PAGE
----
Saturday, January 23, 2010

Using TTouch to Help "Thaw" Scared, Frozen Cats

Sometimes the cats who come into the shelter, especially feral and semi-feral cats, are so extremely stressed that their bodies feel literally frozen in place, hunched in the back of their cage. TTouch can be SO helpful for these cats.


Recently we have had several cats come in that were just a few of many that came from a hoarder - the cats were split up amongst a bunch of rescue groups in NY. The three cats which came to us do not seem in terrible physical condition but are extremely stressed. We have two black ones in one cage and one who looks like a Russian Blue in another cage.


The Russian Blue, who I am calling Starling for the time being, is rather thin and was frozen in the back of his cage. His body felt thin and I thought he probably was not eating as well, so I was ready with some wet food and some sliced turkey which I planned to give him after I did some TTouch work on him. I started out doing some raccoon touches around his ears and head, on his forehead area, and doing some ear strokes. Little by little I began to do some connected clouded leopard touches down his body as well. Little by little he began to move a bit, and even to rub himself against my hand. He still was wanting to be at the back of the cage, but he wanted me to continue to touch him so I did for a while, working on his head and his body. I could see him start to breathe more easily and to have a more relaxed expression on his face. He was becoming un-frozen. Below you will see him, still in the back of his cage, but much more relaxed than when I started with him.


Then I put a bowl of wet food in his cage, and held out a little piece of turkey, holding it near his nose. At first he looked as though he wouldn't take it, but then he began to lick and nibble at it. Suddenly it seemed that he realized he was really hungry, and he came forward to eat some more turkey and then wet food out of his bowl. It was such a pleasure to see him feeling more relaxed, and relaxed enough to eat. The next day when I went in, we did the same thing and it took very little convicing to get him to eat again, which was great, and he was much more comfortable being touched than he had been at the beginning of the day before. And yesterday, while I was touching him, he began to come forward and rub himself against my hand. He also seems more relaxed in general in his cage, and is not frozen in one position, but will move around, look around at what is happening, etc. Below you will see me working with Starling, doing ear strokes, hair slides, little circles around his head and mouth area. Sometimes I need to improvise and use whatever part of my hand is available -- for example, you will see me using my thumb sometimes to do little circles around his head and mouth area. I am doing the touches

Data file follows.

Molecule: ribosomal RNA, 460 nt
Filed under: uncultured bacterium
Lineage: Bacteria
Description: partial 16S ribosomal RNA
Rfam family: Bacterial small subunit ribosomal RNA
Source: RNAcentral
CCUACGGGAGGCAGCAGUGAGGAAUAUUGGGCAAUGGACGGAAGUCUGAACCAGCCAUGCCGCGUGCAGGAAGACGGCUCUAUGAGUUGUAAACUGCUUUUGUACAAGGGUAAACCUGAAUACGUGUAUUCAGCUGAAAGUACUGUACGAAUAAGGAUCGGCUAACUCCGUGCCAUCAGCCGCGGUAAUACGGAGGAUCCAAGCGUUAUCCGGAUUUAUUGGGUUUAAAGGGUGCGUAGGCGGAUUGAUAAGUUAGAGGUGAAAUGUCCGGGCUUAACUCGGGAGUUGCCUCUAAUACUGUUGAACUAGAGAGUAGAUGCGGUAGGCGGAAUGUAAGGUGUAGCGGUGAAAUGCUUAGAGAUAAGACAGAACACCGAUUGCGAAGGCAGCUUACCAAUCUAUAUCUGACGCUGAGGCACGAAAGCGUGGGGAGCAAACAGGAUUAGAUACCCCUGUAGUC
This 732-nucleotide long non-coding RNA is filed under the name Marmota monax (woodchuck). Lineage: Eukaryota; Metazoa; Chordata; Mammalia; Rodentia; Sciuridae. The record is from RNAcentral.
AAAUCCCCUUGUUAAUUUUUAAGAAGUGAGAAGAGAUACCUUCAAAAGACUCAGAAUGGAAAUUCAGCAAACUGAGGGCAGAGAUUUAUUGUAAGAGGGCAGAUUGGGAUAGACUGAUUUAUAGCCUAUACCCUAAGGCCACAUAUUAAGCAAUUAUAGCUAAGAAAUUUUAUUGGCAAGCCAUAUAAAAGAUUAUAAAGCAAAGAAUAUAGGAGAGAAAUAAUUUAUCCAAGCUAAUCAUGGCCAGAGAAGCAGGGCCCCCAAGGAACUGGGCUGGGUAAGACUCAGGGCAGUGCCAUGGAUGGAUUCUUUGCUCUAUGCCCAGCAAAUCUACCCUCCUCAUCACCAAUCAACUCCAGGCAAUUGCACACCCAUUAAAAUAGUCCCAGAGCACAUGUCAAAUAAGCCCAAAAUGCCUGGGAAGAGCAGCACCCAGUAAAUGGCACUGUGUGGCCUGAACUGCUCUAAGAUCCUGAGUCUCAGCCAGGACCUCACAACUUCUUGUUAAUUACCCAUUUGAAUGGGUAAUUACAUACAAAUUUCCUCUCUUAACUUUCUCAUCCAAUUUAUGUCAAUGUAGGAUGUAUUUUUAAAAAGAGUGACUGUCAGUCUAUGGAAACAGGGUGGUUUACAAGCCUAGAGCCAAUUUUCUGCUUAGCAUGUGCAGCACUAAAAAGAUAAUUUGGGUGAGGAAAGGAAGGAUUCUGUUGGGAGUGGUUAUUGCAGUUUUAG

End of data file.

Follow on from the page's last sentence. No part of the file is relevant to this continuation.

a bit more quickly with him than I do sometimes. I usually try to meet their energy where they are in the moment and then, if I want to relax them more, I slow the touches down. Here, he seemed kind of excited to come forward and make contact. I probably began to slow the touches down somewhat as I continued (after the video).
video

The two black cats, one larger, one smaller, were in much the same frozen condition in the beginning. I had very quick progress with the larger black cat, who now will respond to me and come forward right away. The little one is still fairly stiffly in hunched position, but by doing TTouch I did get her to relax her back some, and I felt her body spread out a bit more as I worked on her. Her ears are relaxed, and she even let me work around her mouth. I plan to take in some sliced turkey today to see if I can get her to eat it. She may be eating at night when things are quiet, but we want to make sure she is eating.
We also got in a couple of very terrified gray kittens, maybe a few months old. One was more afraid than the other. I began by doing very small, light circles on the head of the most fearful kitten. She started out by hissing at me but as I continued with a few circles, I could see her relax a bit more. The other cat must have been receiving some contact relaxation, because as I did this, he went to his food bowl and began to eat. By the end of the session, I worked my way up to doing TTouch directly with my hands on the head of the less fearful kitten, and was able to see the more fearful one sit in a more relaxed position. At one point, I could visibly see her let go of her breath and begin to breathe in a more relaxed manner. This is always so touching (no pun intended!) to see this happen. I wish all of these cats well. As always, if you are in NYC and want to come by and visit some of these animals in person, please feel free. More info is at http://socialtees.com/.

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